Sometimes recruiting can feel more like a puzzle than a job. Take the topic of diversity, for example. Let’s say your organization has set a goal to hire a diverse class of recent college graduates. So far so good, right? Making diversity a priority is important, but that’s only one piece of the puzzle.
Things get a little complicated once you know that you need to be compliant with Equal Employment Opportunities Council (EEOC) and possibly Office of Federal Contract Compliance Programs (OFCCP) laws governing the way you recruit and evaluate candidates. So how can you find diverse students and recent graduates without breaking the law and discriminating against other types of applicants?
One easy way to solve this puzzle is by getting involved with diversity student groups at your target schools. Many student groups have both a professional and diversity focus, such as the Society of Hispanic Professional Engineers (SHPE), National Black Law Students Association (NBLSA), and American Medical Women’s Association (AMWA). Collaborating with these types of groups helps you to get your brand in front the specific students you’re hoping to hire while still adhering to EEOC and OFCCP guidelines.
Here are five steps that can help you build up your university recruiting program and achieve diversity hiring goals with the help of student groups.
1. Look at the big picture
Start by investigating your organization’s corporate diversity goals and how the university recruiting team’s goals fit in. Are you expected to hire a certain number or percentage of diverse students? Do you have specific goals for which departments and positions your diversity efforts should focus on? And is there already a team who handles diversity recruiting for experienced hires? If so, how can you collaborate and share resources?
2. Know your talent goals
What type of positions are you looking to fill? Do you have an über-specialized need, like cybersecurity engineers who graduated from Northeastern? Or something a little more general, like female scientists? If you can only find qualified individuals in certain programs at specific schools, then targeting diversity groups might not make a lot of sense for you.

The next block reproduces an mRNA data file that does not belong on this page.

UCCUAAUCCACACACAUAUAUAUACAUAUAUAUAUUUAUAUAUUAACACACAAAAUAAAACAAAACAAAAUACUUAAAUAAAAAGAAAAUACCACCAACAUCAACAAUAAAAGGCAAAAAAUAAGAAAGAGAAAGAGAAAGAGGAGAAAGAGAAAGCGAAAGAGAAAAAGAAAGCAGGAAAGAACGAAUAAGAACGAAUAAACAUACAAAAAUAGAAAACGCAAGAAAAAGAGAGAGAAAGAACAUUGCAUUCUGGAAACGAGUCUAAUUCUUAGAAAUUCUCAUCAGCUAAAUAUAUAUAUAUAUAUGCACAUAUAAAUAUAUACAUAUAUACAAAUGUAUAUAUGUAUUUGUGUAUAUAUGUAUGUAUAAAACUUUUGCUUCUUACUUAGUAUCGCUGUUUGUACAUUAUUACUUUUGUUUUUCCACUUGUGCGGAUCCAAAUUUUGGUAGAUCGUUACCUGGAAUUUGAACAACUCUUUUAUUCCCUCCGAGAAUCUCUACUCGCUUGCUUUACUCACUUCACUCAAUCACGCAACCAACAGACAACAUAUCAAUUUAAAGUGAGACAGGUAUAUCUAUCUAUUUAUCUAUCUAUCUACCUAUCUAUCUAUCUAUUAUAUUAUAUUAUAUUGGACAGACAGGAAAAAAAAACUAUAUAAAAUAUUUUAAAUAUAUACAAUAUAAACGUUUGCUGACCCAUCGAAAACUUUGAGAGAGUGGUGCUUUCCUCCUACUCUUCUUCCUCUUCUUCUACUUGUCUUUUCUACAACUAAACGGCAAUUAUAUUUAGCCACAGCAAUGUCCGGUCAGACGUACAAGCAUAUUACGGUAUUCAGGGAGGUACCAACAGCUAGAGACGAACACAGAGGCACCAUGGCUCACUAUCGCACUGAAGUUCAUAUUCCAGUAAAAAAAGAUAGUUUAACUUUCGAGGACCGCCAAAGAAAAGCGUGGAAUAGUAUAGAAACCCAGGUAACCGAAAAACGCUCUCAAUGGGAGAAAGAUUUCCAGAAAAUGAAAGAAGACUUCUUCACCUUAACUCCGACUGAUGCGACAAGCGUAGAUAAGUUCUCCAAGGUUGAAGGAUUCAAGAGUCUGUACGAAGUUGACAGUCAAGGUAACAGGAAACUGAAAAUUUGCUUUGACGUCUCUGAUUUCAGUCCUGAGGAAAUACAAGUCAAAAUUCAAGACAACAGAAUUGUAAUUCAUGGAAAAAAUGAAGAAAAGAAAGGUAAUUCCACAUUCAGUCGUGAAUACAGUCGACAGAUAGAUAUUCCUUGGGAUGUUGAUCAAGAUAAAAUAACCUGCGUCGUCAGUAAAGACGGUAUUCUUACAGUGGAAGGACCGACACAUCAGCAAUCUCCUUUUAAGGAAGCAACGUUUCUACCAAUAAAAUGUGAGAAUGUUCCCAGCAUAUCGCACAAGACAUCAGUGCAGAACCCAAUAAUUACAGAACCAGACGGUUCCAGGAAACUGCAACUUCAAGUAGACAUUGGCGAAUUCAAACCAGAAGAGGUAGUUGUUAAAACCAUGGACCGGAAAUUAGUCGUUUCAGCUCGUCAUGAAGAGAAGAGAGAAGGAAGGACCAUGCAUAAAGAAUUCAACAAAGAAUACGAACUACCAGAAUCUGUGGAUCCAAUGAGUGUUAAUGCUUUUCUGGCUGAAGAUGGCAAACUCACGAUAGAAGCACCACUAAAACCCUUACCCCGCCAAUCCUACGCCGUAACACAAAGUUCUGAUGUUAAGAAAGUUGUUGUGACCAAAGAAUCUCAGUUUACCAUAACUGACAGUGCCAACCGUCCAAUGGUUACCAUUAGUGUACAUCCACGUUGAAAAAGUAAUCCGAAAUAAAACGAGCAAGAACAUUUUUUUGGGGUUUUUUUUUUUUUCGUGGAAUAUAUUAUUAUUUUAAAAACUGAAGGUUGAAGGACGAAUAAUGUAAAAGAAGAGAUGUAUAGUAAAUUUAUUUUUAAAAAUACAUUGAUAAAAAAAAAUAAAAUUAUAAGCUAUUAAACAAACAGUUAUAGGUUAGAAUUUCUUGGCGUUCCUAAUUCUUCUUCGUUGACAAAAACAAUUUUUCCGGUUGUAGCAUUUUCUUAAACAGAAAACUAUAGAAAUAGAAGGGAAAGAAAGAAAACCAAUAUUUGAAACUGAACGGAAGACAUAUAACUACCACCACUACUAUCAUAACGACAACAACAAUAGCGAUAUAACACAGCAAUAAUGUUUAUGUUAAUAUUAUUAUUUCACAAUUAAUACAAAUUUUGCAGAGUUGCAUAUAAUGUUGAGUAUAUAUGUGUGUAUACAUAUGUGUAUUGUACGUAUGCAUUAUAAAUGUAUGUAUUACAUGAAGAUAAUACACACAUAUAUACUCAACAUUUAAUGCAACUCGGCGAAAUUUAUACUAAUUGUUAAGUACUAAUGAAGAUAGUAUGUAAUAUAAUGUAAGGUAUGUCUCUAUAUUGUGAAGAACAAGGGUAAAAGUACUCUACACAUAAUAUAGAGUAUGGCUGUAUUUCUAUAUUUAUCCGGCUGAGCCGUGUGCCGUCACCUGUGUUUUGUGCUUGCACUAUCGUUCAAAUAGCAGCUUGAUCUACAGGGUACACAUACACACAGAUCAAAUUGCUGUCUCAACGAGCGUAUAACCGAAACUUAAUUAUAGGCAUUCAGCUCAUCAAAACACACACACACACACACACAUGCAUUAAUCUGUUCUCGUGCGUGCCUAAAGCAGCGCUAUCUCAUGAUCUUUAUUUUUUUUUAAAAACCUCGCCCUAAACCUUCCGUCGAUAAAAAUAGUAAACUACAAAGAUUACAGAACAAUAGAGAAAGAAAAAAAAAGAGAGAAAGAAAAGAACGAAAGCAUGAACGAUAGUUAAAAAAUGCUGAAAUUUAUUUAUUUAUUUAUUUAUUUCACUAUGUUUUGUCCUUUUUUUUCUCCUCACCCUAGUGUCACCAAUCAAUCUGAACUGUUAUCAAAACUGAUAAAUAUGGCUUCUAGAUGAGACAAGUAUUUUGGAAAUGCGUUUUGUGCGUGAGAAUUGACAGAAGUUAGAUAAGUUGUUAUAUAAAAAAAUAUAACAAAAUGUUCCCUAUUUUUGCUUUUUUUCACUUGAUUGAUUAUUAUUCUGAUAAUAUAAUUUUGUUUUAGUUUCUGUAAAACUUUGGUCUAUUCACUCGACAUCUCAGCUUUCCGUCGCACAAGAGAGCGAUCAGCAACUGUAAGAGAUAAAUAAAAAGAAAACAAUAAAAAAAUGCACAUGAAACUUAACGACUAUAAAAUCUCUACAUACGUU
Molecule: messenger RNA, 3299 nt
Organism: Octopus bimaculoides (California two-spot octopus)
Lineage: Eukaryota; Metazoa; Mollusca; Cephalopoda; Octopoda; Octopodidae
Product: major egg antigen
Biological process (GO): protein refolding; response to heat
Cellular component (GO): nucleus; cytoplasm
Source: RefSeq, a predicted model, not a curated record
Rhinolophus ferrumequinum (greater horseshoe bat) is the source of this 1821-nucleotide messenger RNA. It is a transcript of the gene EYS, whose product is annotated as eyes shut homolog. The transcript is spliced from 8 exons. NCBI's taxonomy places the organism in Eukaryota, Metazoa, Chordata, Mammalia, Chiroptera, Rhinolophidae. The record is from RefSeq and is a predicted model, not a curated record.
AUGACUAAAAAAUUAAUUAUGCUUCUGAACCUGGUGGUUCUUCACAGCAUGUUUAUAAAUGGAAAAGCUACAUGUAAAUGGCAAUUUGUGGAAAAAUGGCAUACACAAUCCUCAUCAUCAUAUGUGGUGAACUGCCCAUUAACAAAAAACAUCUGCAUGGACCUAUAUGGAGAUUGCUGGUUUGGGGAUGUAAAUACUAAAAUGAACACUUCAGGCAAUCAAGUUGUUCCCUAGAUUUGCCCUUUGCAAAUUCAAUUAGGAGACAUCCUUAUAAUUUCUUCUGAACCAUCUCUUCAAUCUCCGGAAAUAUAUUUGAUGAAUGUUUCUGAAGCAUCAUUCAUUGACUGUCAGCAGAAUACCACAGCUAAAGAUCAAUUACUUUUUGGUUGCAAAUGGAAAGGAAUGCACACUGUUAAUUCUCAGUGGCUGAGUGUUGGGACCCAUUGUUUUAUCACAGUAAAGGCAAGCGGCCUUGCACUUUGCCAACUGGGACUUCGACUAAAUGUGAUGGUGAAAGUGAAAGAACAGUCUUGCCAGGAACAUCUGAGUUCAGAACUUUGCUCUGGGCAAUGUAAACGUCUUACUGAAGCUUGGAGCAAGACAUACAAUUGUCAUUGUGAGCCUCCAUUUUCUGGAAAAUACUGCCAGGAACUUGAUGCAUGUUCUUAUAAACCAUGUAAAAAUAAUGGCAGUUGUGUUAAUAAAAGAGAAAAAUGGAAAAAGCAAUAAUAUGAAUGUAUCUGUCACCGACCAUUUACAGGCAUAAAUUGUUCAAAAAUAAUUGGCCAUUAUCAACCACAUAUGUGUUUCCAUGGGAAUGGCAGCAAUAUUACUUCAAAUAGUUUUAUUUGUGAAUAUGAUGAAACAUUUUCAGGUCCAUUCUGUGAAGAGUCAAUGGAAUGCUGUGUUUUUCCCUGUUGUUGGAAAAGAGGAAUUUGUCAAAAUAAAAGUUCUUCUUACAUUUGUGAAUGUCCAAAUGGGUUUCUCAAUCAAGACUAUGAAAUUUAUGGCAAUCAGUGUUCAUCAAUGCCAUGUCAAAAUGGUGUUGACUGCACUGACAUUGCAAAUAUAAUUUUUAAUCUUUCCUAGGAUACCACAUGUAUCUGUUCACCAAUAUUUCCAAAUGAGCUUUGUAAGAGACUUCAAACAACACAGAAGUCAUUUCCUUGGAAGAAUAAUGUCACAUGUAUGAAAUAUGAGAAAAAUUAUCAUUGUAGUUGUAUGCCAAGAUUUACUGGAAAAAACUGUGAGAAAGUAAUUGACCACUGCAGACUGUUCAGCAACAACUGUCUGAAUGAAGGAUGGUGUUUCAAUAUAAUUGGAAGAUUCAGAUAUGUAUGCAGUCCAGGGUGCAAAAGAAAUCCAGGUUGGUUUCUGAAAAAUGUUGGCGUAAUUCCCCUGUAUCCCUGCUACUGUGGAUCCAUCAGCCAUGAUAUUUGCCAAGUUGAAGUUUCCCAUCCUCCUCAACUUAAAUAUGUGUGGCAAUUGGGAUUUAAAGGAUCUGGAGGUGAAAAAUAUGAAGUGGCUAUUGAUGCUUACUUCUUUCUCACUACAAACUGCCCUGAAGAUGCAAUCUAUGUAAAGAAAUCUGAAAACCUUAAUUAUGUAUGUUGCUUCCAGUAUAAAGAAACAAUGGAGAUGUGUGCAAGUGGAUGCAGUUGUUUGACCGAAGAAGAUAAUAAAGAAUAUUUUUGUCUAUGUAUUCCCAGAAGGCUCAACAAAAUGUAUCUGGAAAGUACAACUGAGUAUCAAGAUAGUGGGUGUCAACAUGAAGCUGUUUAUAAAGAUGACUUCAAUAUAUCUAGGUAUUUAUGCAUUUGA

One tool that might help you with this process is a report that you can purchase from a company like Job Search Intelligence. They have data reports that can provide details about students who graduated in a specific major by gender and race. This can help you identify the schools and departments that best align with your hiring needs.
But if you can find the type of student you’d like to hire at pretty much any school or in a broad range of departments, then you have a lot more options. The next thing you’ll need to do is take a look at your organization.
3. Identify your value proposition
What do you have to offer recent college graduates? Why would they want to work for you? If you have a robust budget to pay for relocation expenses and can travel to recruiting events all over the map, that’s great. It would make sense for you to approach national organizations and start there.
If you are working with limited resources and it’s not realistic for you to support recent grads’ moving expenses, it makes much more sense to approach local chapters of student organizations.
4. Decide where to go
Now that you have a clear idea of what you have to offer and where you can find students that fit in with your hiring goals, you can start to plan out which schools and which organizations you’d like to get involved with.
5. Begin building relationships
This is the part where you approach the specific groups you’re hoping to work with. Remember that you’re hoping to establish a long-term relationship that benefits the student group as much as it benefits you. One easy way to achieve this is to start by simply asking them what they need. One group might need financial support while another could be looking for mentors and industry professionals to give presentations to their members. And even the same group might shift its goals or focus on a yearly basis. So just remember to ask what they need and make a point of checking in regularly to make sure you’re both on the same page.
One other note about building relationships with student groups—the student members are likely to change on a yearly basis, which can make it hard to maintain continuity. One way to overcome this challenge is by finding and forging relationships with the faculty advisor who oversees the group. Faculty advisors tend to stay in the same role, so you won’t have to start from scratch every year. You may also find that faculty advisors can partner with you in other ways, such as helping you to arrange classroom talks, info sessions, or other opportunities to get your brand in front of students.
If this is all new to you, start small. Build a program at one chapter of a student group at one school. Once you find a formula that seems to be working, you can consider expanding to other chapters or other campuses.
The next step: Spend some time identifying your needs and investigating the student groups that would be the best match for you. Here is a quick guide to some of the groups that have national associations as well as local chapters at individual schools.
Diversity Student Groups
National Black MBA Association (NBMBAA)
National Society of Hispanic MBA (NSHMBA)
Asian MBA (AMBA)
National Association of Women MBAs (NAWMBA)